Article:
Whale enthusiasts are celebrating the return of the humpback to B.C.’s coastal waters, even though it means people need to learn how to coexist with the gentle giants. The Northeast Pacific population of humpback whales, which spend much of their time in B.C. waters during the summer months, has experienced a remarkable recovery in the past few decades.
The migratory whales, known for their underwater ballads, are easily recognizable by their long pectoral fins and knobby heads.
They had been hunted to near extinction by the mid 1900s but there are now more than 20,000 humpbacks in B.C. waters, according to the Department of Fisheries and Oceans.
“We’ve never seen so many humpbacks in inshore waters,” said Paul Cottrell, DFO marine mammals co-ordinator.
“It’s been incredible these past few years.”
In the waters northeast of Vancouver Island, whale researcher Jackie Hildering counted seven humpbacks in 2004. Last year, she counted 91.
But the whales’ return to inshore waters could put both them and people in danger. The humpbacks, listed as a species of special concern, now frequent fishing hot spots, shipping lanes, and busy harbours in B.C., where they are more likely to run into nets or collide with boats.
Humans can be seriously injured if their boat hits a humpback whale, which can weigh as much as 30 tonnes and grow to 16 metres long.
Boaters who collide with humpbacks often come away with broken bones. One kayaker had to receive jaw reconstruction surgery, and several people have become paraplegic after encounters with humpbacks.
On the other hand, humpback whales have died from vessel strikes. They can also drown or starve to death if they get entangled in fishing gear.
Through the DFO marine mammal hotline, Cottrell was called to 18 entanglements in 2017, all with humpbacks. Without human intervention, the whales could drown or starve. Cottrell has rescued nine whales so far this year.
But many whales likely die from entanglement without authorities ever knowing, said Hildering, a researcher with the Marine Education and Research Society.
The ones that survive bear scars from their ordeal.
One in every two humpbacks spotted by humans have scars from run-ins with fishing gear or boats, said Hildering.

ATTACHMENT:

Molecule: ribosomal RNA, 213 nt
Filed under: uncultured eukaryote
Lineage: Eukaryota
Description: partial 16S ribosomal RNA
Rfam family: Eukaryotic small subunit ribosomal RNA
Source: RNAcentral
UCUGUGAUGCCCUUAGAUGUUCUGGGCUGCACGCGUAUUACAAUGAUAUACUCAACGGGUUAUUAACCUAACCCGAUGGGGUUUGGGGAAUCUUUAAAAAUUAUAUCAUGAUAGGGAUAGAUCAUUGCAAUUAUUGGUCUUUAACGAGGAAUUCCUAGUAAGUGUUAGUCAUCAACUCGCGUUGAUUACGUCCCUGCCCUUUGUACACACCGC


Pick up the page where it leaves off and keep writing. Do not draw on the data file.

Unlike their fellow baleen-whale cousins, the grey whales, humpbacks don’t seem to mind spending much of their time close to harbours and boat traffic, she explained.
And while humpbacks are generally slow swimmers, they do not travel in straight lines and do not surface frequently to breathe — only once every 20 minutes or so. This makes it difficult for scientists to find the whales and tricky for vessels to avoid them, said Hildering.
B.C. boaters may need a reminder nowadays to watch out for the recently-returned humpback whales, but the whales used to be commonplace.
In the early 1900s, humpbacks were so plentiful in B.C. waters that they inspired the first commercial whale-watching venture in the world, according to Jason Colby, an environmental historian at the University of Victoria.
The Vancouver company took upper-middle class residents to Howe Sound with the promise they would see the mysterious sea giants, said Colby. But hunting whales for their blubber was also common practice at the time and soon, humpbacks, along with other whales in the area, were seen as lucrative resources instead of tourist attractions.
“Its an interesting early clash between the extractive values that shaped this coast and an early glimpse of the values that will emerge,” said Colby, referring to the idea that whales should be protected, rather than hunted.
In 1965, a whaling ban allowed the humpback populations to slowly recover in the North Pacific. British Columbia and Alaska waters are important foraging grounds for humpbacks that travel north from Mexico and Hawaii every year. The whales from Hawaii have done especially well in recent years, said Cottrell.
It’s a success story not only for scientists but for whale watching businesses as well, said Hildering.
“What an incredible positive story in terms of conservation but also for coastal British Columbians,” she said.
“Now in the same areas you can see orcas, you have this other incredible marine ambassador.”
Authorities are now focused on minimizing the amount of conflict between whales, the fishing industry and recreational boaters.
In July, the federal government enacted legislation that bans boaters from travelling within 100 metres of a whale. For orcas, that zone expands to 200 metres. Whale advocate and Vancouver Island resident Peter Hamilton wants B.C.’s humpbacks to receive the same protection as orcas.
Some boaters don’t take the new rules seriously enough, said Hamilton, who patrols the waters near Comox, B.C., everyday.
“We’ve been able to stop a lot of boats that are basically on top of the whales,” he said.
Hildering said it is difficult to define what a safe distance is when it comes to humpback whales and that it is best to give them wide berth. Baleen whales don’t have the bio sonar capabilities of toothed whales like orcas and need more room to navigate, she explained.
Observers are applauding efforts to help people live side-by-side with the whales and say the story of B.C.’s humpback whales could serve as a shining example for other conservation efforts.
“The return of humpbacks shows us that nature can heal,” said Colby.
“Nature can restore itself if we give it room to breathe, if we stop doing damage.”
People who see a whale in distress can call the DFO marine mammal hotline at 1-800-465-4336.